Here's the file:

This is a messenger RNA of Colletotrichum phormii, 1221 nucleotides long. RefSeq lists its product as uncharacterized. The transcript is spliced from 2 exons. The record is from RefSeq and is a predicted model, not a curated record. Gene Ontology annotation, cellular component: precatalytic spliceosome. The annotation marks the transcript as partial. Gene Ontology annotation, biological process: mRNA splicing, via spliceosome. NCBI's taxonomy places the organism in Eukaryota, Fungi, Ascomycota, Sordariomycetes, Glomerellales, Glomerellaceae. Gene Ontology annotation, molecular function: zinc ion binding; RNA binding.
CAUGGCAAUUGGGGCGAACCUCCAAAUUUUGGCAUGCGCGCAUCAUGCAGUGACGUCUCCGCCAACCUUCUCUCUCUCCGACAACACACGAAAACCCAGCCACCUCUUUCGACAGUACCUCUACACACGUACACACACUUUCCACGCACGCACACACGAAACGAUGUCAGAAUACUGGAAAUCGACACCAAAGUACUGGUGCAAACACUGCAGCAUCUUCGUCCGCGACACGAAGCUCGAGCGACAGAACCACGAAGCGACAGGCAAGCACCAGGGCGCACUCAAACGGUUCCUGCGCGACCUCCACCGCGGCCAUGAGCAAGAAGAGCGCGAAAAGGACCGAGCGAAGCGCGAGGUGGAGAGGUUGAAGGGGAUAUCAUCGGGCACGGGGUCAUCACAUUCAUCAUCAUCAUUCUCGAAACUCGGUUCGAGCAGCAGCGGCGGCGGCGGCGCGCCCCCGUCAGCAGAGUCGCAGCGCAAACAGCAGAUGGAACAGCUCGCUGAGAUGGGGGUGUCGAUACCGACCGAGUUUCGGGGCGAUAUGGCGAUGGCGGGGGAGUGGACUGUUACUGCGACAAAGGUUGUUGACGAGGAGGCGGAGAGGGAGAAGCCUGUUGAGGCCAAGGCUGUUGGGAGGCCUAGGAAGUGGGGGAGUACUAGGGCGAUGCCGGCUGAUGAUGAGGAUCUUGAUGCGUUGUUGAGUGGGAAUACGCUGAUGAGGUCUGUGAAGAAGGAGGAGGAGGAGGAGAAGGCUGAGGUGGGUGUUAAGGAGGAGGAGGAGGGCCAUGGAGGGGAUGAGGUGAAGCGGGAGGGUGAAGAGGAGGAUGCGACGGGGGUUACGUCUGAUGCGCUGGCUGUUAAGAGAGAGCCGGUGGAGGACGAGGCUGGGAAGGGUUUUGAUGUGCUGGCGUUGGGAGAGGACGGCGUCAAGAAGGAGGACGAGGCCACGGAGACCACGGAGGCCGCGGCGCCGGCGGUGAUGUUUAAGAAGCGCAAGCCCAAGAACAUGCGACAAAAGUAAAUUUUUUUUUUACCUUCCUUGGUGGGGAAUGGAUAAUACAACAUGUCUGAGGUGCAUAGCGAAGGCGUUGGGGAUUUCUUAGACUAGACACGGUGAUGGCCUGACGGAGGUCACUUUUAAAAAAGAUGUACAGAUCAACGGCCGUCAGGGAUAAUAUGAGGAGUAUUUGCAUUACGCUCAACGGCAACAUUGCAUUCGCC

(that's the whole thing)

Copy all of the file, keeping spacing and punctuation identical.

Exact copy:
This is a messenger RNA of Colletotrichum phormii, 1221 nucleotides long. RefSeq lists its product as uncharacterized. The transcript is spliced from 2 exons. The record is from RefSeq and is a predicted model, not a curated record. Gene Ontology annotation, cellular component: precatalytic spliceosome. The annotation marks the transcript as partial. Gene Ontology annotation, biological process: mRNA splicing, via spliceosome. NCBI's taxonomy places the organism in Eukaryota, Fungi, Ascomycota, Sordariomycetes, Glomerellales, Glomerellaceae. Gene Ontology annotation, molecular function: zinc ion binding; RNA binding.
CAUGGCAAUUGGGGCGAACCUCCAAAUUUUGGCAUGCGCGCAUCAUGCAGUGACGUCUCCGCCAACCUUCUCUCUCUCCGACAACACACGAAAACCCAGCCACCUCUUUCGACAGUACCUCUACACACGUACACACACUUUCCACGCACGCACACACGAAACGAUGUCAGAAUACUGGAAAUCGACACCAAAGUACUGGUGCAAACACUGCAGCAUCUUCGUCCGCGACACGAAGCUCGAGCGACAGAACCACGAAGCGACAGGCAAGCACCAGGGCGCACUCAAACGGUUCCUGCGCGACCUCCACCGCGGCCAUGAGCAAGAAGAGCGCGAAAAGGACCGAGCGAAGCGCGAGGUGGAGAGGUUGAAGGGGAUAUCAUCGGGCACGGGGUCAUCACAUUCAUCAUCAUCAUUCUCGAAACUCGGUUCGAGCAGCAGCGGCGGCGGCGGCGCGCCCCCGUCAGCAGAGUCGCAGCGCAAACAGCAGAUGGAACAGCUCGCUGAGAUGGGGGUGUCGAUACCGACCGAGUUUCGGGGCGAUAUGGCGAUGGCGGGGGAGUGGACUGUUACUGCGACAAAGGUUGUUGACGAGGAGGCGGAGAGGGAGAAGCCUGUUGAGGCCAAGGCUGUUGGGAGGCCUAGGAAGUGGGGGAGUACUAGGGCGAUGCCGGCUGAUGAUGAGGAUCUUGAUGCGUUGUUGAGUGGGAAUACGCUGAUGAGGUCUGUGAAGAAGGAGGAGGAGGAGGAGAAGGCUGAGGUGGGUGUUAAGGAGGAGGAGGAGGGCCAUGGAGGGGAUGAGGUGAAGCGGGAGGGUGAAGAGGAGGAUGCGACGGGGGUUACGUCUGAUGCGCUGGCUGUUAAGAGAGAGCCGGUGGAGGACGAGGCUGGGAAGGGUUUUGAUGUGCUGGCGUUGGGAGAGGACGGCGUCAAGAAGGAGGACGAGGCCACGGAGACCACGGAGGCCGCGGCGCCGGCGGUGAUGUUUAAGAAGCGCAAGCCCAAGAACAUGCGACAAAAGUAAAUUUUUUUUUUACCUUCCUUGGUGGGGAAUGGAUAAUACAACAUGUCUGAGGUGCAUAGCGAAGGCGUUGGGGAUUUCUUAGACUAGACACGGUGAUGGCCUGACGGAGGUCACUUUUAAAAAAGAUGUACAGAUCAACGGCCGUCAGGGAUAAUAUGAGGAGUAUUUGCAUUACGCUCAACGGCAACAUUGCAUUCGCC